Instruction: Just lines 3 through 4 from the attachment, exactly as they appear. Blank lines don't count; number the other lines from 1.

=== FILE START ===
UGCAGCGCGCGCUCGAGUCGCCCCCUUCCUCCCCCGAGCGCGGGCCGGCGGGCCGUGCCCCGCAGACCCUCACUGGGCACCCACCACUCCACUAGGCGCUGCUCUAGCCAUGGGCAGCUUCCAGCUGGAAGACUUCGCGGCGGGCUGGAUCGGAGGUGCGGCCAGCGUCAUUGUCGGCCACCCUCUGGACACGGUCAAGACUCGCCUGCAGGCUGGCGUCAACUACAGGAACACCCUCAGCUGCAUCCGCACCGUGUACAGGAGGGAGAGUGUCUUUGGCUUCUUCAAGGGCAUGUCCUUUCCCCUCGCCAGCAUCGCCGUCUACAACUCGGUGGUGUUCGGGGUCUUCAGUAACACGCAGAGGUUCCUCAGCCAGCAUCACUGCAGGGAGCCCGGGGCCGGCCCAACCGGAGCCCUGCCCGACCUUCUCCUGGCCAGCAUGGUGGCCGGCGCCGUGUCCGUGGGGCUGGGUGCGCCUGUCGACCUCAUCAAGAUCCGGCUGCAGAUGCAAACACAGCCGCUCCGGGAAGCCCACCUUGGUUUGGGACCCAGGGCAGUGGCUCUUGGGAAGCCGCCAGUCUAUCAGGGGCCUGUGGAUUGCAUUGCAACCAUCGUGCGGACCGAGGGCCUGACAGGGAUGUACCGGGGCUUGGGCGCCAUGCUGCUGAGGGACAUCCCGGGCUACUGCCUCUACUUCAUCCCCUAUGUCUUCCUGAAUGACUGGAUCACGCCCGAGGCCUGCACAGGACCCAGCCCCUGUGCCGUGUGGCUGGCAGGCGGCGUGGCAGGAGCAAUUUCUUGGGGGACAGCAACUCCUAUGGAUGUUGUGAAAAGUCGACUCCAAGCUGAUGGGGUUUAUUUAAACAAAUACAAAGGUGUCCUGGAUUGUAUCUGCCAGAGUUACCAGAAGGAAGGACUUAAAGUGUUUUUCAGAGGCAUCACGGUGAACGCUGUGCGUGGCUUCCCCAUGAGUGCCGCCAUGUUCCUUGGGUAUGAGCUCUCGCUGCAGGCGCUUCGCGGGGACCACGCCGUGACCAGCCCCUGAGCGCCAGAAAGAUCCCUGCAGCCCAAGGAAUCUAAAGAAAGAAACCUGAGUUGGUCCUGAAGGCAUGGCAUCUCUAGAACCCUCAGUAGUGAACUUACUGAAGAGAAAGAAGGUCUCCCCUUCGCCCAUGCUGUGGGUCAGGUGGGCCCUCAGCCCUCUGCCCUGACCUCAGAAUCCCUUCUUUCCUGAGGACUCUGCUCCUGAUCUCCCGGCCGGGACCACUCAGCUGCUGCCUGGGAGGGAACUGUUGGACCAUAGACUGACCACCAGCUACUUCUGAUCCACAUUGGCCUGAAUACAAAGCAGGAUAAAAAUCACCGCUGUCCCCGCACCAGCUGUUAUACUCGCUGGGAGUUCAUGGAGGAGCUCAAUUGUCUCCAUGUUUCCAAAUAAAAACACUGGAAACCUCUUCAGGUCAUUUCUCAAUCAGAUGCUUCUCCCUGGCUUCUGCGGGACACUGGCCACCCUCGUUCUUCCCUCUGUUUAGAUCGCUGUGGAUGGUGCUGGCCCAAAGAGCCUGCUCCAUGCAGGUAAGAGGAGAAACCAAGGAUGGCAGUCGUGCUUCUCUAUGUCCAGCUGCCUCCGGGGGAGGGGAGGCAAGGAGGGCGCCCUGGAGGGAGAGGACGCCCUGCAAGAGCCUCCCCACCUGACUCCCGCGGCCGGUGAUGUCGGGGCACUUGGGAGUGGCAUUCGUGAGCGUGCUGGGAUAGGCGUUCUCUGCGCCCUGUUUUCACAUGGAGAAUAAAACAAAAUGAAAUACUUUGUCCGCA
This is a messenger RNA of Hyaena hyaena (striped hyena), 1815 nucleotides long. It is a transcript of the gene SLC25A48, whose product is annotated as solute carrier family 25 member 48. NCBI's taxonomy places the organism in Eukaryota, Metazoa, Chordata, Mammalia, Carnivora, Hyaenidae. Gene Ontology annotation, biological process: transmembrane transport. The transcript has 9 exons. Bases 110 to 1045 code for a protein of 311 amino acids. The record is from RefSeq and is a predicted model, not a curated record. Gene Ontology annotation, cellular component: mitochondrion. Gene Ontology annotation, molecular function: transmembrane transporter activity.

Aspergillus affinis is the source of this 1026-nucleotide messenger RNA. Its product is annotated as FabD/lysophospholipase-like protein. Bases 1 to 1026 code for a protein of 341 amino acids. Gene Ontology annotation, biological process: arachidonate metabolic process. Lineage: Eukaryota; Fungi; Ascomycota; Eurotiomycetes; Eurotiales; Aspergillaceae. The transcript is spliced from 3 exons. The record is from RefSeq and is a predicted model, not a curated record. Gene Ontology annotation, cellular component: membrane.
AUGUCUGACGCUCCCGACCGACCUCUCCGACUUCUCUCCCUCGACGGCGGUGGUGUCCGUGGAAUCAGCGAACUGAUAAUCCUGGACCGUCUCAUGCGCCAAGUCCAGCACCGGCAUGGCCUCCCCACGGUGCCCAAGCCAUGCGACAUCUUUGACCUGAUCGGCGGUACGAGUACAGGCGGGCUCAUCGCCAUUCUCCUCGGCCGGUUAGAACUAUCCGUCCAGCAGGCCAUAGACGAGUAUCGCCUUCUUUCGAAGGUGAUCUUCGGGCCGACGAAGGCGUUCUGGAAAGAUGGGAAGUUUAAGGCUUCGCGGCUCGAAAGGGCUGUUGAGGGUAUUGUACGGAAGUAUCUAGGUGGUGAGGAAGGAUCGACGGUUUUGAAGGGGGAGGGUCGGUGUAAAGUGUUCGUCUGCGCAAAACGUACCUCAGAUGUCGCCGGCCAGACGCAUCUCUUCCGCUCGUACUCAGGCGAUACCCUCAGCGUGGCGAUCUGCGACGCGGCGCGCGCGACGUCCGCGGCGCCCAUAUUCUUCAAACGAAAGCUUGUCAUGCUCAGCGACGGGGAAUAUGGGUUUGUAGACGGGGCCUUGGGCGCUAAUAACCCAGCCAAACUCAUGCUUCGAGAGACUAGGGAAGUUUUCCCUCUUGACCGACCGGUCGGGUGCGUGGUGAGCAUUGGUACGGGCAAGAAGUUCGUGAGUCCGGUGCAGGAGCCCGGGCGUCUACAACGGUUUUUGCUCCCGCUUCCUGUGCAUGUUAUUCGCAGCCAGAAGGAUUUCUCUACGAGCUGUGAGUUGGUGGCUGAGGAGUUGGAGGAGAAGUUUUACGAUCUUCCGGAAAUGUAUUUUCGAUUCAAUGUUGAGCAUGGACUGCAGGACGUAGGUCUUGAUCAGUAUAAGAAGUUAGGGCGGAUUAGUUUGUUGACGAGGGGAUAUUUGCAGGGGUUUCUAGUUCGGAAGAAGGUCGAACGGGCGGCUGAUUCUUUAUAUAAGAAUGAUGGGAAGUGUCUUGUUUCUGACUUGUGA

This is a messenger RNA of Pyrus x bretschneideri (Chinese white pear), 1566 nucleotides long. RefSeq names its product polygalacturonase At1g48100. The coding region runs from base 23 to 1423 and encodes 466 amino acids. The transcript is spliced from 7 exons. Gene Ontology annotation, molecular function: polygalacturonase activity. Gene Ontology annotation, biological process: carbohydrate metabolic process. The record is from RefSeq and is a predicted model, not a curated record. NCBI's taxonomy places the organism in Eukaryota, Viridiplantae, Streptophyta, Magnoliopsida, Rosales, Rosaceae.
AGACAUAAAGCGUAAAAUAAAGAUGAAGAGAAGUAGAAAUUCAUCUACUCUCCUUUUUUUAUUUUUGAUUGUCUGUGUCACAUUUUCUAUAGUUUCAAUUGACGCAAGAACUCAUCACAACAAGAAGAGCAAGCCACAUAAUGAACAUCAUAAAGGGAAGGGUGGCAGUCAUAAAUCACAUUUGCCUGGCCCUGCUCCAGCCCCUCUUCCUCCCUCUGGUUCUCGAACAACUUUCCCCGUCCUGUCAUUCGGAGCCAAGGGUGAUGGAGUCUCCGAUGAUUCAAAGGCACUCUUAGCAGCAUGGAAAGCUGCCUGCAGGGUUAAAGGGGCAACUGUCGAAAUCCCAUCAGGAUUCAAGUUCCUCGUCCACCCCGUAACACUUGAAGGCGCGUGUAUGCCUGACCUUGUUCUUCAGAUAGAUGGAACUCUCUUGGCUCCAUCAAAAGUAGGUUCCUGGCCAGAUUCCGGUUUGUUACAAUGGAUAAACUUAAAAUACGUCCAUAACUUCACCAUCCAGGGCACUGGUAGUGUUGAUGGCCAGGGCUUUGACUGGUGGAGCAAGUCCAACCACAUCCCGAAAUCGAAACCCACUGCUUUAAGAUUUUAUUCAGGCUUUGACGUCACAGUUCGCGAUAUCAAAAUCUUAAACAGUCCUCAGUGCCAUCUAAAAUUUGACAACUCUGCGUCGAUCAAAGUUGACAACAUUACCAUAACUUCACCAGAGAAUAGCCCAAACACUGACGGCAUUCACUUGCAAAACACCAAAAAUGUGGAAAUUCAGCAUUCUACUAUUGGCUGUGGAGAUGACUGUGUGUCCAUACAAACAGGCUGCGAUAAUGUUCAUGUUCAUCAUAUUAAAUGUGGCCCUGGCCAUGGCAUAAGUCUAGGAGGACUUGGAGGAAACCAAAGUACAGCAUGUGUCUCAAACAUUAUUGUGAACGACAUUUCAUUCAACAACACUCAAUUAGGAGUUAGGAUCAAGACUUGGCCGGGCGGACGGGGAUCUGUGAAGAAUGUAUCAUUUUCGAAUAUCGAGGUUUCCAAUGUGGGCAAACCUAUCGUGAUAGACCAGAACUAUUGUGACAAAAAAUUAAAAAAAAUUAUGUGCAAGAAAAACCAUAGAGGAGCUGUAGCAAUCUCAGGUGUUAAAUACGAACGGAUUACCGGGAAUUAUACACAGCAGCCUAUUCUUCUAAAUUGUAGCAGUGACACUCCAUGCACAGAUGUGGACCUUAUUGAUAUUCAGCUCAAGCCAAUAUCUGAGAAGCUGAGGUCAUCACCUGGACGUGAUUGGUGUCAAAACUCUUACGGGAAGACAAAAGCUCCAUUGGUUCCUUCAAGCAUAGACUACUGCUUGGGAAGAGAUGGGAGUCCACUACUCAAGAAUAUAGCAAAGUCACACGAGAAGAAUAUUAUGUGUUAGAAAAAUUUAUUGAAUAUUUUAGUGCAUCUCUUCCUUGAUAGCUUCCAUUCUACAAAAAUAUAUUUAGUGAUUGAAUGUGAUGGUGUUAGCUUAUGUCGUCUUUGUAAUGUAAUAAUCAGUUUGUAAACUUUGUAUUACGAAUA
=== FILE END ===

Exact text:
Aspergillus affinis is the source of this 1026-nucleotide messenger RNA. Its product is annotated as FabD/lysophospholipase-like protein. Bases 1 to 1026 code for a protein of 341 amino acids. Gene Ontology annotation, biological process: arachidonate metabolic process. Lineage: Eukaryota; Fungi; Ascomycota; Eurotiomycetes; Eurotiales; Aspergillaceae. The transcript is spliced from 3 exons. The record is from RefSeq and is a predicted model, not a curated record. Gene Ontology annotation, cellular component: membrane.
AUGUCUGACGCUCCCGACCGACCUCUCCGACUUCUCUCCCUCGACGGCGGUGGUGUCCGUGGAAUCAGCGAACUGAUAAUCCUGGACCGUCUCAUGCGCCAAGUCCAGCACCGGCAUGGCCUCCCCACGGUGCCCAAGCCAUGCGACAUCUUUGACCUGAUCGGCGGUACGAGUACAGGCGGGCUCAUCGCCAUUCUCCUCGGCCGGUUAGAACUAUCCGUCCAGCAGGCCAUAGACGAGUAUCGCCUUCUUUCGAAGGUGAUCUUCGGGCCGACGAAGGCGUUCUGGAAAGAUGGGAAGUUUAAGGCUUCGCGGCUCGAAAGGGCUGUUGAGGGUAUUGUACGGAAGUAUCUAGGUGGUGAGGAAGGAUCGACGGUUUUGAAGGGGGAGGGUCGGUGUAAAGUGUUCGUCUGCGCAAAACGUACCUCAGAUGUCGCCGGCCAGACGCAUCUCUUCCGCUCGUACUCAGGCGAUACCCUCAGCGUGGCGAUCUGCGACGCGGCGCGCGCGACGUCCGCGGCGCCCAUAUUCUUCAAACGAAAGCUUGUCAUGCUCAGCGACGGGGAAUAUGGGUUUGUAGACGGGGCCUUGGGCGCUAAUAACCCAGCCAAACUCAUGCUUCGAGAGACUAGGGAAGUUUUCCCUCUUGACCGACCGGUCGGGUGCGUGGUGAGCAUUGGUACGGGCAAGAAGUUCGUGAGUCCGGUGCAGGAGCCCGGGCGUCUACAACGGUUUUUGCUCCCGCUUCCUGUGCAUGUUAUUCGCAGCCAGAAGGAUUUCUCUACGAGCUGUGAGUUGGUGGCUGAGGAGUUGGAGGAGAAGUUUUACGAUCUUCCGGAAAUGUAUUUUCGAUUCAAUGUUGAGCAUGGACUGCAGGACGUAGGUCUUGAUCAGUAUAAGAAGUUAGGGCGGAUUAGUUUGUUGACGAGGGGAUAUUUGCAGGGGUUUCUAGUUCGGAAGAAGGUCGAACGGGCGGCUGAUUCUUUAUAUAAGAAUGAUGGGAAGUGUCUUGUUUCUGACUUGUGA